The United Nations Security Council on Friday welcomed a draft agreement between the UN and the African Union (AU) on proposed UN-AU joint peacekeeping operations in Darfur, Sudan.
The Security Council, in a presidential statement, called for "the full implementation without delay" of the UN light and heavy support packages, demanding that "all parties meet their international obligations, support the political process, end violence against civilians and attacks on peacekeepers, and facilitate humanitarian relief."
The draft "contains recommendations regarding a mandate and a structure for the Hybrid Operation, details on the various components of the proposed operation and their specific tasks, and a description of the ongoing efforts of the international community to support the peace process in Darfur and to strengthen the African Union Mission in the Sudan," said the statement, which was read by US Ambassador Zalmay Khalilzad, the Security Council's President for May.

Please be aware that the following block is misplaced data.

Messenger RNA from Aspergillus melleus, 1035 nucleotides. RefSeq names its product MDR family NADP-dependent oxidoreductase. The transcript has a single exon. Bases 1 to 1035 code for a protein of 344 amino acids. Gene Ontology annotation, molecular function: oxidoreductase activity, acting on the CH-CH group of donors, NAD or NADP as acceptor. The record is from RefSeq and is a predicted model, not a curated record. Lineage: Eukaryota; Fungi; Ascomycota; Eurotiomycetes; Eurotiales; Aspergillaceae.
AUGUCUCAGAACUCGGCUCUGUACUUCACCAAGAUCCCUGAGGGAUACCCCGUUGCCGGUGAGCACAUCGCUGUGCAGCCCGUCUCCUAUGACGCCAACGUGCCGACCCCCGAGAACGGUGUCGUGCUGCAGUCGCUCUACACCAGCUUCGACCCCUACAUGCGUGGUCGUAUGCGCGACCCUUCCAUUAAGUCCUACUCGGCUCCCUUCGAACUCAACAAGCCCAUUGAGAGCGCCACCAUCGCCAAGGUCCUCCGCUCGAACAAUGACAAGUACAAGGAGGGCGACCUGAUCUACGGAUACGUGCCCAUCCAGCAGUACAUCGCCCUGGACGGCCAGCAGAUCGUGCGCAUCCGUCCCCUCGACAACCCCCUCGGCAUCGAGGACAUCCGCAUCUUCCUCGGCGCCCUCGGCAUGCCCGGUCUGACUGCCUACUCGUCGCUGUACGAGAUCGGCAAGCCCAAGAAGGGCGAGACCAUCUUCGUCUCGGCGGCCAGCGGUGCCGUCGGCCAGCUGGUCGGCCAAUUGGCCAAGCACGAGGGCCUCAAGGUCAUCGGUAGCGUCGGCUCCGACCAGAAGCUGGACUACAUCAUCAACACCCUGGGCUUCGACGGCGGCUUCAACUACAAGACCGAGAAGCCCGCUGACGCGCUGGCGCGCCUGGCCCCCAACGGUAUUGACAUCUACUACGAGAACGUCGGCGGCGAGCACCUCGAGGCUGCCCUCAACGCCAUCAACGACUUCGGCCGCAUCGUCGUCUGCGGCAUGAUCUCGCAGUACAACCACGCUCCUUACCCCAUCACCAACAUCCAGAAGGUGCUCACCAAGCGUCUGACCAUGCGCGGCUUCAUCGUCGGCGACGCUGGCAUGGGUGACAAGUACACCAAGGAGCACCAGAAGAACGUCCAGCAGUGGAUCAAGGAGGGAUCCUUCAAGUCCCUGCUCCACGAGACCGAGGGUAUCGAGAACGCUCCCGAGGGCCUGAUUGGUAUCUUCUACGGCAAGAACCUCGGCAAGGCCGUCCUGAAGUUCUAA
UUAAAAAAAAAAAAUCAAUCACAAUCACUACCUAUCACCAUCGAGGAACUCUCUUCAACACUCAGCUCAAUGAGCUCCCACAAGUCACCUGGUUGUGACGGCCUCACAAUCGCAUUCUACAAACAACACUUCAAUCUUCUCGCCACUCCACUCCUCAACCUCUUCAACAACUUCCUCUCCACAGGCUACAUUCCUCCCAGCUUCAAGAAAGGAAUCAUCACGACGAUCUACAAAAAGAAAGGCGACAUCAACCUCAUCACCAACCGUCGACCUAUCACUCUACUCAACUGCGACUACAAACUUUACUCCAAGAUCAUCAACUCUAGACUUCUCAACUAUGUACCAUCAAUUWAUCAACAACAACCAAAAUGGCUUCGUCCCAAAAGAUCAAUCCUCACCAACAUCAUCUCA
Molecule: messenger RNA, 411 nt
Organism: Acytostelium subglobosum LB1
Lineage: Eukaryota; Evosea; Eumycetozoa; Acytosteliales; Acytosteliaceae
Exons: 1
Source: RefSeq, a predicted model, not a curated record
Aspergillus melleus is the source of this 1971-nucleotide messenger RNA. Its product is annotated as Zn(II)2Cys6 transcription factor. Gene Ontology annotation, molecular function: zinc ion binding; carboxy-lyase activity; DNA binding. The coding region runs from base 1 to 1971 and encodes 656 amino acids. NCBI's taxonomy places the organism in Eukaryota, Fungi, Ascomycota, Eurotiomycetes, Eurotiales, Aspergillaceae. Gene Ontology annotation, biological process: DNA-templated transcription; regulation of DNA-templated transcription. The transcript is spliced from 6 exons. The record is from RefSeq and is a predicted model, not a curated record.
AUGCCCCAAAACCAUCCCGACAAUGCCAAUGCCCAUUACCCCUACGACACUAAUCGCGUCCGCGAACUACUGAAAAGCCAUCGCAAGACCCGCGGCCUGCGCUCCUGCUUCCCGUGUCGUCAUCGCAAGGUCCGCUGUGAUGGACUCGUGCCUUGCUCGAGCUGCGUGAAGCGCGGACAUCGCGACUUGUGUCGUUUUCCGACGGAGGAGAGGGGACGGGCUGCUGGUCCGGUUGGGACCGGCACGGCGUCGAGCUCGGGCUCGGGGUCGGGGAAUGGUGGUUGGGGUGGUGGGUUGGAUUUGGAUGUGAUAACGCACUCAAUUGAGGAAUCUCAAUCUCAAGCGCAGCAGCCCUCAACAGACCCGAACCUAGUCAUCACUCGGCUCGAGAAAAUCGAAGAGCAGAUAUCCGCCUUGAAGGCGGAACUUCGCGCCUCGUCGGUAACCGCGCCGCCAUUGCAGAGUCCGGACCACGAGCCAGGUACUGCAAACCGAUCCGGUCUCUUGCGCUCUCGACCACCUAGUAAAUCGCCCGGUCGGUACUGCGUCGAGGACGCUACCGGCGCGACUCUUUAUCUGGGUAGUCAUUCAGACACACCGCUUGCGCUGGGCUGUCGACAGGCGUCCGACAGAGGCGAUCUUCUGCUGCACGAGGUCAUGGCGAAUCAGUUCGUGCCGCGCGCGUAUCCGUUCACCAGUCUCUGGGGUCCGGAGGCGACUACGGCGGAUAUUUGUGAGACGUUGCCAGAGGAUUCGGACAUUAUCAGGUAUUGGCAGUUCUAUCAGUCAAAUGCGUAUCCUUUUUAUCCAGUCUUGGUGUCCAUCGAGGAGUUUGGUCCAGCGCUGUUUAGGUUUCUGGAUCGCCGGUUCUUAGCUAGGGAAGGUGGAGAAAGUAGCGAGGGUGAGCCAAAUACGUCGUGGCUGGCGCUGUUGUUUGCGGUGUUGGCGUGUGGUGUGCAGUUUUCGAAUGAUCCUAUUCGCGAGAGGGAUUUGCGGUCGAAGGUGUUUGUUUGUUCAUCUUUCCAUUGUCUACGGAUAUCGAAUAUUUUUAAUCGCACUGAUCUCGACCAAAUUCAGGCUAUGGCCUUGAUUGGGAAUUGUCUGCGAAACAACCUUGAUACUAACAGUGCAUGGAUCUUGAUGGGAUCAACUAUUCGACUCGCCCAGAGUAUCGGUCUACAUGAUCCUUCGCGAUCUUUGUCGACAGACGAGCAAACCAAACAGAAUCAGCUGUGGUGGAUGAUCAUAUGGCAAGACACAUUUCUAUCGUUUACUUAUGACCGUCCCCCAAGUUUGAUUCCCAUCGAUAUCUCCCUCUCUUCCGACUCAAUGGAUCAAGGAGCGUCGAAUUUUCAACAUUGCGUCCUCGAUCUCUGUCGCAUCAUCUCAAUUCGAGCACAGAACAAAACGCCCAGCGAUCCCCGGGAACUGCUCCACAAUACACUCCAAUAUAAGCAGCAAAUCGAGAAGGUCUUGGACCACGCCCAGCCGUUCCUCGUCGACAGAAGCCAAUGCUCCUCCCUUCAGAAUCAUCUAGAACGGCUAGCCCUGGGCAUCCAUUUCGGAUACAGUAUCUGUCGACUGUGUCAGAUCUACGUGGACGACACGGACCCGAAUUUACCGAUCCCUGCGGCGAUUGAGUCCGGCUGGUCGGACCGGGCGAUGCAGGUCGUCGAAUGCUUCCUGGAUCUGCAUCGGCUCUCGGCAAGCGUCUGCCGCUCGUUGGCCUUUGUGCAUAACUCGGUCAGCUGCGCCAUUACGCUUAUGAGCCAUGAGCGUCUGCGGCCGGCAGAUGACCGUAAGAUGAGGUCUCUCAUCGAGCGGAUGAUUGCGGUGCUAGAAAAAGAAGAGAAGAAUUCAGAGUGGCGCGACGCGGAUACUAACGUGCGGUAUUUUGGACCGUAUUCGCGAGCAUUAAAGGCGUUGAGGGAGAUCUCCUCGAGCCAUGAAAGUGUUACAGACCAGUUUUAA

The UN Security Council described the agreement as "an important development in the comprehensive approach to the peace process in Darfur," noting that the draft agreement also includes re-energizing the political process, strengthening the ceasefire, and implementing the three-phase approach to peacekeeping.
The AU, the United Nations and the Sudanese government agreed last November on a three-phase support plan, also known as the Annan plan as it was put forward by then UN Secretary-General Kofi Annan.
With the first phase of the plan, also known as a light support package, already underway, Sudan announced on April 16 that it approved the inauguration of the second phase, also known as "the heavy support phase."
The second phase involves the deployment of 3,000 UN troops and six attack helicopters in Darfur to support the 7,800-strong African force, as well as preparation for the next phase, in which a much larger UN force would be sent to the region.
(Xinhua News Agency May 26, 2007)